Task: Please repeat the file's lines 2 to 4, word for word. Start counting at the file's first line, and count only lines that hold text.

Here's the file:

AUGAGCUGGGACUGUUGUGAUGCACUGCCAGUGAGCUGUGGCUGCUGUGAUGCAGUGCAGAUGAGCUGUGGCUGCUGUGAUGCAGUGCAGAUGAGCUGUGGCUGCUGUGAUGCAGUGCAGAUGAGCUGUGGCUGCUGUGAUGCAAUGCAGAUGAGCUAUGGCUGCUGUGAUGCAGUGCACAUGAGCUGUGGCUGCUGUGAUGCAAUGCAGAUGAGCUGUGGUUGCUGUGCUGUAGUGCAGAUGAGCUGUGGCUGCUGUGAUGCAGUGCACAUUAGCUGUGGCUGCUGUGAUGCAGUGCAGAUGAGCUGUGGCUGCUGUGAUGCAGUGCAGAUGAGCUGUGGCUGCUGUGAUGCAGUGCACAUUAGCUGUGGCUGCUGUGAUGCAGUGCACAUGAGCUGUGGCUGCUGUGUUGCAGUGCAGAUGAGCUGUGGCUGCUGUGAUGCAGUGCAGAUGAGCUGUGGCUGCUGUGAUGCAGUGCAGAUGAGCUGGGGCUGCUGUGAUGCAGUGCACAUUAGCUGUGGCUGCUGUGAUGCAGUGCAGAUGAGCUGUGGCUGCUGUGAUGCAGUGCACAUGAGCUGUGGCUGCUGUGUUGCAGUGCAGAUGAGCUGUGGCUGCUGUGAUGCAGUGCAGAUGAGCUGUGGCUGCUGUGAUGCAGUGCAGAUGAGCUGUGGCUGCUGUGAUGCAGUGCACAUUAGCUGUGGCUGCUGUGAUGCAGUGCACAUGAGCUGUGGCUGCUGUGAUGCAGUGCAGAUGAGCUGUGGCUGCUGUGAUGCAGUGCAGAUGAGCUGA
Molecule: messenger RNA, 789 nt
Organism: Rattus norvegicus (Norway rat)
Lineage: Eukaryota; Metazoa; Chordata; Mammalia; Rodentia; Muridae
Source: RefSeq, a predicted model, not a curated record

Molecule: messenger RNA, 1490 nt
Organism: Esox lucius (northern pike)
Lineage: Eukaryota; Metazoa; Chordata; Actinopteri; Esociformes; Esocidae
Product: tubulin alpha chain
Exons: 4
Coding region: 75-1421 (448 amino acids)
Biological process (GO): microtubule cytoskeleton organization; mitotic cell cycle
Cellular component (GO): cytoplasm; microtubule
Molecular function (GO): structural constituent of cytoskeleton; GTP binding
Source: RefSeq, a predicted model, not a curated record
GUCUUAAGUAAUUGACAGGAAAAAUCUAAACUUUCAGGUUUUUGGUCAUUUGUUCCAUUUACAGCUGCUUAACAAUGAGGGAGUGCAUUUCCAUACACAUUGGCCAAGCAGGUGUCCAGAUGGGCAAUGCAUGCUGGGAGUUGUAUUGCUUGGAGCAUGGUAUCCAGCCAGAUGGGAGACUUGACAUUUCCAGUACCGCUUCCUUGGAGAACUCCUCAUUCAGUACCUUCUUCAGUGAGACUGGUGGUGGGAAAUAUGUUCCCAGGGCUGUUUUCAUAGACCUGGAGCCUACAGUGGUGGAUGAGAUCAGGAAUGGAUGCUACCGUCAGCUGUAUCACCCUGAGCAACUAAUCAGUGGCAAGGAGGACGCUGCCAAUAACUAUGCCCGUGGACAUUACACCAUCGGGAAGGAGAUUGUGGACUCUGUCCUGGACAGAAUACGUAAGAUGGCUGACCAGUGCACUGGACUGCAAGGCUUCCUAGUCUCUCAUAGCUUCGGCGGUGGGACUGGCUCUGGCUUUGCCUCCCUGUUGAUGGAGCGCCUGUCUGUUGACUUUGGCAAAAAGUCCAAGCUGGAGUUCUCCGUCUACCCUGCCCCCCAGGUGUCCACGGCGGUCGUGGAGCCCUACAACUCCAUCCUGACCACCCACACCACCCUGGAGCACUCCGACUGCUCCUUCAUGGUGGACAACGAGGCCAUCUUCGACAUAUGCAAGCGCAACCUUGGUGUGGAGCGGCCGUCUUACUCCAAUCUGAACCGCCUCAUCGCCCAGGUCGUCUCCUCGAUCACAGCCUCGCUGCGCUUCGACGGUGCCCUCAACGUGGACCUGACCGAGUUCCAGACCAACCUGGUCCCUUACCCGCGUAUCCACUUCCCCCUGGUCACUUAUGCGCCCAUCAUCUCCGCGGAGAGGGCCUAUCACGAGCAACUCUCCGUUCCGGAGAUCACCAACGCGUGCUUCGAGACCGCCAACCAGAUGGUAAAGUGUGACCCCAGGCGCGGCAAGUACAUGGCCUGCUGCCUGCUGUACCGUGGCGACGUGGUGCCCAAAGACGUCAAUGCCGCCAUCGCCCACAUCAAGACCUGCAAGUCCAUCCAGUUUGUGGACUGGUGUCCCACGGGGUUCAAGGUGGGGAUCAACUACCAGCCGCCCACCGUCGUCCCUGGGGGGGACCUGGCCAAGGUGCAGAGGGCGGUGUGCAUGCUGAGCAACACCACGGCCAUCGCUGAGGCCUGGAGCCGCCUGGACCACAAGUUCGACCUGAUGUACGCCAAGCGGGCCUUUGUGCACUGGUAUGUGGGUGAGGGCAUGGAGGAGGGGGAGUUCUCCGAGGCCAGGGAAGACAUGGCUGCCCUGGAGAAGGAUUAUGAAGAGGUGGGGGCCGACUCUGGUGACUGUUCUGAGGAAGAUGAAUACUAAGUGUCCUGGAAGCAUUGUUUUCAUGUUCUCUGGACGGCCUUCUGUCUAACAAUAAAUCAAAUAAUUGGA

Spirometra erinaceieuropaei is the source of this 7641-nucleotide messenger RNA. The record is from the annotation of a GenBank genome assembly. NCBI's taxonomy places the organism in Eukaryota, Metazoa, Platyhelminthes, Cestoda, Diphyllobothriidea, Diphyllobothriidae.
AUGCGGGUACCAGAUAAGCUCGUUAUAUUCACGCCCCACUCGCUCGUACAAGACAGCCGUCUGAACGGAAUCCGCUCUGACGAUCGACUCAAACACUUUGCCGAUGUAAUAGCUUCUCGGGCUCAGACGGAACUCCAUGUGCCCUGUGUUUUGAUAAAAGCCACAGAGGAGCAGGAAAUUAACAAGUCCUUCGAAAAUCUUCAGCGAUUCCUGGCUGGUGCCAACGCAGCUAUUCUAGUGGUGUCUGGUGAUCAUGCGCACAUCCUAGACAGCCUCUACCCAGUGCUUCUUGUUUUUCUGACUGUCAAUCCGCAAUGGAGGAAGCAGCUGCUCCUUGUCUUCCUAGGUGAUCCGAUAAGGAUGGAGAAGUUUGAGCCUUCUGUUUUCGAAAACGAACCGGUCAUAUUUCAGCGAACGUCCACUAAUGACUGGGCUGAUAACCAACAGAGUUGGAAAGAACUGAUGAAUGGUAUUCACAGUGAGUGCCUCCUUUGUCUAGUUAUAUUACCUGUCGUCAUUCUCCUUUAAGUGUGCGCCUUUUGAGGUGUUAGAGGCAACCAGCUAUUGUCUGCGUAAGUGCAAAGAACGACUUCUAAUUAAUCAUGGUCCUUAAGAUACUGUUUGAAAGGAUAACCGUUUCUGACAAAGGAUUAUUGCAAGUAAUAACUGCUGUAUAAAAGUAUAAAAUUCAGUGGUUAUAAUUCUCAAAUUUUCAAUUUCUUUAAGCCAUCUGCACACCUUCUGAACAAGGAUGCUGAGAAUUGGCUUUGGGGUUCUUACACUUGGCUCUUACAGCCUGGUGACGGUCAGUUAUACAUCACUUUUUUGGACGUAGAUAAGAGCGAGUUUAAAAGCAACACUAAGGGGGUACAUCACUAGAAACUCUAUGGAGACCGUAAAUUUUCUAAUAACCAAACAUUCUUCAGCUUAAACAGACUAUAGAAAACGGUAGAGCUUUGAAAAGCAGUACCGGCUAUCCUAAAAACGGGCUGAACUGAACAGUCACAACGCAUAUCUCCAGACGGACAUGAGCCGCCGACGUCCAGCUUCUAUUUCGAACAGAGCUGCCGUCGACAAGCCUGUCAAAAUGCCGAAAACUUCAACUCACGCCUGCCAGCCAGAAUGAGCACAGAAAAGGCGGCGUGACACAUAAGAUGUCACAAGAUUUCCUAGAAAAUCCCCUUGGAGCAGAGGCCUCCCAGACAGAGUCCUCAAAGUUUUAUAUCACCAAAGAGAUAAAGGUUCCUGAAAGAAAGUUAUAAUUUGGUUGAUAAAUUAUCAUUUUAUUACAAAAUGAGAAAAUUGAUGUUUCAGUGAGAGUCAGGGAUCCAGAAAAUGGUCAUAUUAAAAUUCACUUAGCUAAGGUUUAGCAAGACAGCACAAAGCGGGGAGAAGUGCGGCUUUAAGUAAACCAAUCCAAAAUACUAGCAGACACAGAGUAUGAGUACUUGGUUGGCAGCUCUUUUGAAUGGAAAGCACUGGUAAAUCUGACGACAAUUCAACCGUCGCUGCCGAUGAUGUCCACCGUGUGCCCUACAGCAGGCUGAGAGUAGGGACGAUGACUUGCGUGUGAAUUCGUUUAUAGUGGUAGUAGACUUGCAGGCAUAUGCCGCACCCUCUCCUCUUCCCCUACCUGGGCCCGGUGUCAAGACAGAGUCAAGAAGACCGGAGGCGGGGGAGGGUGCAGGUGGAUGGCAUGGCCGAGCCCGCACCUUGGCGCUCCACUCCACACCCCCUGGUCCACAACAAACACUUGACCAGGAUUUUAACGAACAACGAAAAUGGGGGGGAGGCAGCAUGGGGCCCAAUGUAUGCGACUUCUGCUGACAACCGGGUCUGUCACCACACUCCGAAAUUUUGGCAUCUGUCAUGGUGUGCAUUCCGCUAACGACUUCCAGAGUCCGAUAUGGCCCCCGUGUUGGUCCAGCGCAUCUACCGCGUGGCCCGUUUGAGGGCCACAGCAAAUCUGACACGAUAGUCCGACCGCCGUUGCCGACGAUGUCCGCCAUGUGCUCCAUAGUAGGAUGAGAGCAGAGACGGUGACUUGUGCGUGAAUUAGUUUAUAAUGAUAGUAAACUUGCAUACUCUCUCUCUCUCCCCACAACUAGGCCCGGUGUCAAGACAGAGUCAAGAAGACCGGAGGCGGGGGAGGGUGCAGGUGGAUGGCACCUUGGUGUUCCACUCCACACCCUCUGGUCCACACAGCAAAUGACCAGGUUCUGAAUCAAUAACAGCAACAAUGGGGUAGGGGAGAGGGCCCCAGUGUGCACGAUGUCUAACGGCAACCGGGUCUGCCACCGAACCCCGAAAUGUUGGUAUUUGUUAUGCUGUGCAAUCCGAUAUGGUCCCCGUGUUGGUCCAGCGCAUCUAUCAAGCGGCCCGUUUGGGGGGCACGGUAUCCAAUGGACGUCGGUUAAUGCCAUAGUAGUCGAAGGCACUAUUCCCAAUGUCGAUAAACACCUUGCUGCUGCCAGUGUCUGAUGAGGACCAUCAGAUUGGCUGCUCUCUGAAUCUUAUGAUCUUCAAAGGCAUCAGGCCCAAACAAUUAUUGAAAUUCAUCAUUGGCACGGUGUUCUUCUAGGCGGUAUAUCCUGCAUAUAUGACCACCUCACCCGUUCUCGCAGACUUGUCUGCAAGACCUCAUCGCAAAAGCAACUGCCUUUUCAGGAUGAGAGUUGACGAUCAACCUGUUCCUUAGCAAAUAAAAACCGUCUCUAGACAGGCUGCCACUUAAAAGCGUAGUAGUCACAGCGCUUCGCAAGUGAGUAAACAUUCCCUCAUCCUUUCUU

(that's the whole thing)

Molecule: messenger RNA, 789 nt
Organism: Rattus norvegicus (Norway rat)
Lineage: Eukaryota; Metazoa; Chordata; Mammalia; Rodentia; Muridae